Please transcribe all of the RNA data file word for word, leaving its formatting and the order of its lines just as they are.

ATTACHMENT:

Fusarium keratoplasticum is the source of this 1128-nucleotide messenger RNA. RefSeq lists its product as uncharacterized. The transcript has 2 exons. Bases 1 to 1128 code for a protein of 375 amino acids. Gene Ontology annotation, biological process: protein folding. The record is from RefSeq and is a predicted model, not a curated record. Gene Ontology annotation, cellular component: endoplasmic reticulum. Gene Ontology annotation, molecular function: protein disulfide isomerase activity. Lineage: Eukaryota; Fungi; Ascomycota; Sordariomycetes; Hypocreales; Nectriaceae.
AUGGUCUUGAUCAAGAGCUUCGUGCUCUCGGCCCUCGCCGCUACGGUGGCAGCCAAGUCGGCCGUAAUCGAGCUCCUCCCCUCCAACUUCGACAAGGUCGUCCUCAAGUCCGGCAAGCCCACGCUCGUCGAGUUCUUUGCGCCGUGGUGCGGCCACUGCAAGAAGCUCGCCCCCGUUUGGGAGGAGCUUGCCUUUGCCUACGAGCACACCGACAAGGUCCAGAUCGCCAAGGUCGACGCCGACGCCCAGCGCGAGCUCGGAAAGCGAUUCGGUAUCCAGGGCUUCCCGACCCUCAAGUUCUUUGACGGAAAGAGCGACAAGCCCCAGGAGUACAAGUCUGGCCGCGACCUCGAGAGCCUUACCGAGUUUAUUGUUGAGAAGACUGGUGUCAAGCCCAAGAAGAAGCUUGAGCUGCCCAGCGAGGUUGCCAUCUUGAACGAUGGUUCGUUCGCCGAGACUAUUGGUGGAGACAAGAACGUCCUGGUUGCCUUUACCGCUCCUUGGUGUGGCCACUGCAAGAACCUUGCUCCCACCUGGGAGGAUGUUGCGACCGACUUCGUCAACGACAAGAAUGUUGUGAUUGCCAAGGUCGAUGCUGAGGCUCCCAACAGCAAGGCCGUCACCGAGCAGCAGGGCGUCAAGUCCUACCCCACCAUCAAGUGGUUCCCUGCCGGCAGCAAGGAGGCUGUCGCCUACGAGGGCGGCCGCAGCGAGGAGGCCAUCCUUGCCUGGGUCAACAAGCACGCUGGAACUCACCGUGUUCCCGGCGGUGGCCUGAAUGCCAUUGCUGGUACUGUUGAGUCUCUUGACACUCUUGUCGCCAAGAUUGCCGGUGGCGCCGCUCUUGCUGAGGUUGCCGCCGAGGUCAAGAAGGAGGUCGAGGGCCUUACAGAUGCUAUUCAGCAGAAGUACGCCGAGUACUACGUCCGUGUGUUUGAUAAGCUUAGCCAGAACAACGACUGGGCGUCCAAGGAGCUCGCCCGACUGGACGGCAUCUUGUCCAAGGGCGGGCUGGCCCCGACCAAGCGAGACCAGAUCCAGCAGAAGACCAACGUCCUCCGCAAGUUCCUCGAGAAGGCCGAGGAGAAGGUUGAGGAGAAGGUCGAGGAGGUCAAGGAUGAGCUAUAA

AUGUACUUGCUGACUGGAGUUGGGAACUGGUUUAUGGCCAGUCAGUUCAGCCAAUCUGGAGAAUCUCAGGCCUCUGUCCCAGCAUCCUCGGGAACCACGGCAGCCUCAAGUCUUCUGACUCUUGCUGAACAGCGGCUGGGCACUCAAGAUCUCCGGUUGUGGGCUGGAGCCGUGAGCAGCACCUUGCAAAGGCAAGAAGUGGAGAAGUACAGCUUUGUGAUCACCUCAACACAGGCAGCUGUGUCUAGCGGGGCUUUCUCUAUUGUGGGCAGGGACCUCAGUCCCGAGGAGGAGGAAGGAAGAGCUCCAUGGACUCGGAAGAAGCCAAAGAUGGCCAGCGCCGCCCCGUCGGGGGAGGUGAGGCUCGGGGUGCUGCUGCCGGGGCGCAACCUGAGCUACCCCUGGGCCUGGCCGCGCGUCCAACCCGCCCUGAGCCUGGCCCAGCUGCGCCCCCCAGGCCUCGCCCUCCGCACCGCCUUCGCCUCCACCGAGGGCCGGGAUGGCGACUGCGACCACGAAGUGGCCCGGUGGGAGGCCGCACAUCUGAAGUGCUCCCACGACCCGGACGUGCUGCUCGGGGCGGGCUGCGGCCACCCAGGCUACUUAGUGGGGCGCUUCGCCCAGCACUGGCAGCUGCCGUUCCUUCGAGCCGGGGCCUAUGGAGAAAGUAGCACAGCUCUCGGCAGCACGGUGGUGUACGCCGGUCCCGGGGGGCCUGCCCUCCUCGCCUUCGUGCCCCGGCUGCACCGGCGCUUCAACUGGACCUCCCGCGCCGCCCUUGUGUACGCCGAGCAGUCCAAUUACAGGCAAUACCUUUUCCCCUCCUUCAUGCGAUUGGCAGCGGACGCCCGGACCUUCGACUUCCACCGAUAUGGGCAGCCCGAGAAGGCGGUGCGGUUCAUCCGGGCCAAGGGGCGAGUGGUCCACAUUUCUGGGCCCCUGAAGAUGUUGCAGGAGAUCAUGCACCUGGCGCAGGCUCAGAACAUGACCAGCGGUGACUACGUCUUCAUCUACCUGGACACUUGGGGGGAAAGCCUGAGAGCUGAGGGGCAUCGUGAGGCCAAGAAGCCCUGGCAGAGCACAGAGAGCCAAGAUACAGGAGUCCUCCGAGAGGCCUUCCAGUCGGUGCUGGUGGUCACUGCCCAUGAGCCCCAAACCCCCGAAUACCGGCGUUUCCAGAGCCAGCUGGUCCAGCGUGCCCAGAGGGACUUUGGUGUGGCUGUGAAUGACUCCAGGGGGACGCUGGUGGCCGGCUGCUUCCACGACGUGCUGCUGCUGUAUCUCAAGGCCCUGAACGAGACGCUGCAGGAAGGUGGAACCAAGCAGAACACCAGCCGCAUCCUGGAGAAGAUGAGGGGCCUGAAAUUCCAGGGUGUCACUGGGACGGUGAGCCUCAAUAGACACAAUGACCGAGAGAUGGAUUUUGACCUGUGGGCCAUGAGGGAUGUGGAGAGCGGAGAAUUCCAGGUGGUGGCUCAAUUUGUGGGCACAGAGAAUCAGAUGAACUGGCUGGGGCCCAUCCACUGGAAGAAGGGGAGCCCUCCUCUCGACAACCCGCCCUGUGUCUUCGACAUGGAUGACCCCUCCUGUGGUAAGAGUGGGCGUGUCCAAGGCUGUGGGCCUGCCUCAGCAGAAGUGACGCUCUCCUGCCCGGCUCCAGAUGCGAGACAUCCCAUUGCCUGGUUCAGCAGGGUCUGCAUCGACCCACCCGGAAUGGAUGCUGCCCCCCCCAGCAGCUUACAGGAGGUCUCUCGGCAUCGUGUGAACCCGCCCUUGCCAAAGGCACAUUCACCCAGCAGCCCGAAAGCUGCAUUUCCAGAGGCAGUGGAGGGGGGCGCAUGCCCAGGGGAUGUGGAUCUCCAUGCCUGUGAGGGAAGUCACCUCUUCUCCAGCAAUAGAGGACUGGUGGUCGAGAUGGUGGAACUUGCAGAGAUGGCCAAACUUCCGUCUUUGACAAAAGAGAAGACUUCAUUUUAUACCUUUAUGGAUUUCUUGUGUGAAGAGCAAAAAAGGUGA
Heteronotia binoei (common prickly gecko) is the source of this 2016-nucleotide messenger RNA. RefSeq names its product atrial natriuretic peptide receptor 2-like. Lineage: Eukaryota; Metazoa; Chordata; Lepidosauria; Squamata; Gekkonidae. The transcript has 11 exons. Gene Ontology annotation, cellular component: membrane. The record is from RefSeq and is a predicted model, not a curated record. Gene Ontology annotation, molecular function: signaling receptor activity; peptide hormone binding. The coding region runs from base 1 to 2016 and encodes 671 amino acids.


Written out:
Fusarium keratoplasticum is the source of this 1128-nucleotide messenger RNA. RefSeq lists its product as uncharacterized. The transcript has 2 exons. Bases 1 to 1128 code for a protein of 375 amino acids. Gene Ontology annotation, biological process: protein folding. The record is from RefSeq and is a predicted model, not a curated record. Gene Ontology annotation, cellular component: endoplasmic reticulum. Gene Ontology annotation, molecular function: protein disulfide isomerase activity. Lineage: Eukaryota; Fungi; Ascomycota; Sordariomycetes; Hypocreales; Nectriaceae.
AUGGUCUUGAUCAAGAGCUUCGUGCUCUCGGCCCUCGCCGCUACGGUGGCAGCCAAGUCGGCCGUAAUCGAGCUCCUCCCCUCCAACUUCGACAAGGUCGUCCUCAAGUCCGGCAAGCCCACGCUCGUCGAGUUCUUUGCGCCGUGGUGCGGCCACUGCAAGAAGCUCGCCCCCGUUUGGGAGGAGCUUGCCUUUGCCUACGAGCACACCGACAAGGUCCAGAUCGCCAAGGUCGACGCCGACGCCCAGCGCGAGCUCGGAAAGCGAUUCGGUAUCCAGGGCUUCCCGACCCUCAAGUUCUUUGACGGAAAGAGCGACAAGCCCCAGGAGUACAAGUCUGGCCGCGACCUCGAGAGCCUUACCGAGUUUAUUGUUGAGAAGACUGGUGUCAAGCCCAAGAAGAAGCUUGAGCUGCCCAGCGAGGUUGCCAUCUUGAACGAUGGUUCGUUCGCCGAGACUAUUGGUGGAGACAAGAACGUCCUGGUUGCCUUUACCGCUCCUUGGUGUGGCCACUGCAAGAACCUUGCUCCCACCUGGGAGGAUGUUGCGACCGACUUCGUCAACGACAAGAAUGUUGUGAUUGCCAAGGUCGAUGCUGAGGCUCCCAACAGCAAGGCCGUCACCGAGCAGCAGGGCGUCAAGUCCUACCCCACCAUCAAGUGGUUCCCUGCCGGCAGCAAGGAGGCUGUCGCCUACGAGGGCGGCCGCAGCGAGGAGGCCAUCCUUGCCUGGGUCAACAAGCACGCUGGAACUCACCGUGUUCCCGGCGGUGGCCUGAAUGCCAUUGCUGGUACUGUUGAGUCUCUUGACACUCUUGUCGCCAAGAUUGCCGGUGGCGCCGCUCUUGCUGAGGUUGCCGCCGAGGUCAAGAAGGAGGUCGAGGGCCUUACAGAUGCUAUUCAGCAGAAGUACGCCGAGUACUACGUCCGUGUGUUUGAUAAGCUUAGCCAGAACAACGACUGGGCGUCCAAGGAGCUCGCCCGACUGGACGGCAUCUUGUCCAAGGGCGGGCUGGCCCCGACCAAGCGAGACCAGAUCCAGCAGAAGACCAACGUCCUCCGCAAGUUCCUCGAGAAGGCCGAGGAGAAGGUUGAGGAGAAGGUCGAGGAGGUCAAGGAUGAGCUAUAA

AUGUACUUGCUGACUGGAGUUGGGAACUGGUUUAUGGCCAGUCAGUUCAGCCAAUCUGGAGAAUCUCAGGCCUCUGUCCCAGCAUCCUCGGGAACCACGGCAGCCUCAAGUCUUCUGACUCUUGCUGAACAGCGGCUGGGCACUCAAGAUCUCCGGUUGUGGGCUGGAGCCGUGAGCAGCACCUUGCAAAGGCAAGAAGUGGAGAAGUACAGCUUUGUGAUCACCUCAACACAGGCAGCUGUGUCUAGCGGGGCUUUCUCUAUUGUGGGCAGGGACCUCAGUCCCGAGGAGGAGGAAGGAAGAGCUCCAUGGACUCGGAAGAAGCCAAAGAUGGCCAGCGCCGCCCCGUCGGGGGAGGUGAGGCUCGGGGUGCUGCUGCCGGGGCGCAACCUGAGCUACCCCUGGGCCUGGCCGCGCGUCCAACCCGCCCUGAGCCUGGCCCAGCUGCGCCCCCCAGGCCUCGCCCUCCGCACCGCCUUCGCCUCCACCGAGGGCCGGGAUGGCGACUGCGACCACGAAGUGGCCCGGUGGGAGGCCGCACAUCUGAAGUGCUCCCACGACCCGGACGUGCUGCUCGGGGCGGGCUGCGGCCACCCAGGCUACUUAGUGGGGCGCUUCGCCCAGCACUGGCAGCUGCCGUUCCUUCGAGCCGGGGCCUAUGGAGAAAGUAGCACAGCUCUCGGCAGCACGGUGGUGUACGCCGGUCCCGGGGGGCCUGCCCUCCUCGCCUUCGUGCCCCGGCUGCACCGGCGCUUCAACUGGACCUCCCGCGCCGCCCUUGUGUACGCCGAGCAGUCCAAUUACAGGCAAUACCUUUUCCCCUCCUUCAUGCGAUUGGCAGCGGACGCCCGGACCUUCGACUUCCACCGAUAUGGGCAGCCCGAGAAGGCGGUGCGGUUCAUCCGGGCCAAGGGGCGAGUGGUCCACAUUUCUGGGCCCCUGAAGAUGUUGCAGGAGAUCAUGCACCUGGCGCAGGCUCAGAACAUGACCAGCGGUGACUACGUCUUCAUCUACCUGGACACUUGGGGGGAAAGCCUGAGAGCUGAGGGGCAUCGUGAGGCCAAGAAGCCCUGGCAGAGCACAGAGAGCCAAGAUACAGGAGUCCUCCGAGAGGCCUUCCAGUCGGUGCUGGUGGUCACUGCCCAUGAGCCCCAAACCCCCGAAUACCGGCGUUUCCAGAGCCAGCUGGUCCAGCGUGCCCAGAGGGACUUUGGUGUGGCUGUGAAUGACUCCAGGGGGACGCUGGUGGCCGGCUGCUUCCACGACGUGCUGCUGCUGUAUCUCAAGGCCCUGAACGAGACGCUGCAGGAAGGUGGAACCAAGCAGAACACCAGCCGCAUCCUGGAGAAGAUGAGGGGCCUGAAAUUCCAGGGUGUCACUGGGACGGUGAGCCUCAAUAGACACAAUGACCGAGAGAUGGAUUUUGACCUGUGGGCCAUGAGGGAUGUGGAGAGCGGAGAAUUCCAGGUGGUGGCUCAAUUUGUGGGCACAGAGAAUCAGAUGAACUGGCUGGGGCCCAUCCACUGGAAGAAGGGGAGCCCUCCUCUCGACAACCCGCCCUGUGUCUUCGACAUGGAUGACCCCUCCUGUGGUAAGAGUGGGCGUGUCCAAGGCUGUGGGCCUGCCUCAGCAGAAGUGACGCUCUCCUGCCCGGCUCCAGAUGCGAGACAUCCCAUUGCCUGGUUCAGCAGGGUCUGCAUCGACCCACCCGGAAUGGAUGCUGCCCCCCCCAGCAGCUUACAGGAGGUCUCUCGGCAUCGUGUGAACCCGCCCUUGCCAAAGGCACAUUCACCCAGCAGCCCGAAAGCUGCAUUUCCAGAGGCAGUGGAGGGGGGCGCAUGCCCAGGGGAUGUGGAUCUCCAUGCCUGUGAGGGAAGUCACCUCUUCUCCAGCAAUAGAGGACUGGUGGUCGAGAUGGUGGAACUUGCAGAGAUGGCCAAACUUCCGUCUUUGACAAAAGAGAAGACUUCAUUUUAUACCUUUAUGGAUUUCUUGUGUGAAGAGCAAAAAAGGUGA
Heteronotia binoei (common prickly gecko) is the source of this 2016-nucleotide messenger RNA. RefSeq names its product atrial natriuretic peptide receptor 2-like. Lineage: Eukaryota; Metazoa; Chordata; Lepidosauria; Squamata; Gekkonidae. The transcript has 11 exons. Gene Ontology annotation, cellular component: membrane. The record is from RefSeq and is a predicted model, not a curated record. Gene Ontology annotation, molecular function: signaling receptor activity; peptide hormone binding. The coding region runs from base 1 to 2016 and encodes 671 amino acids.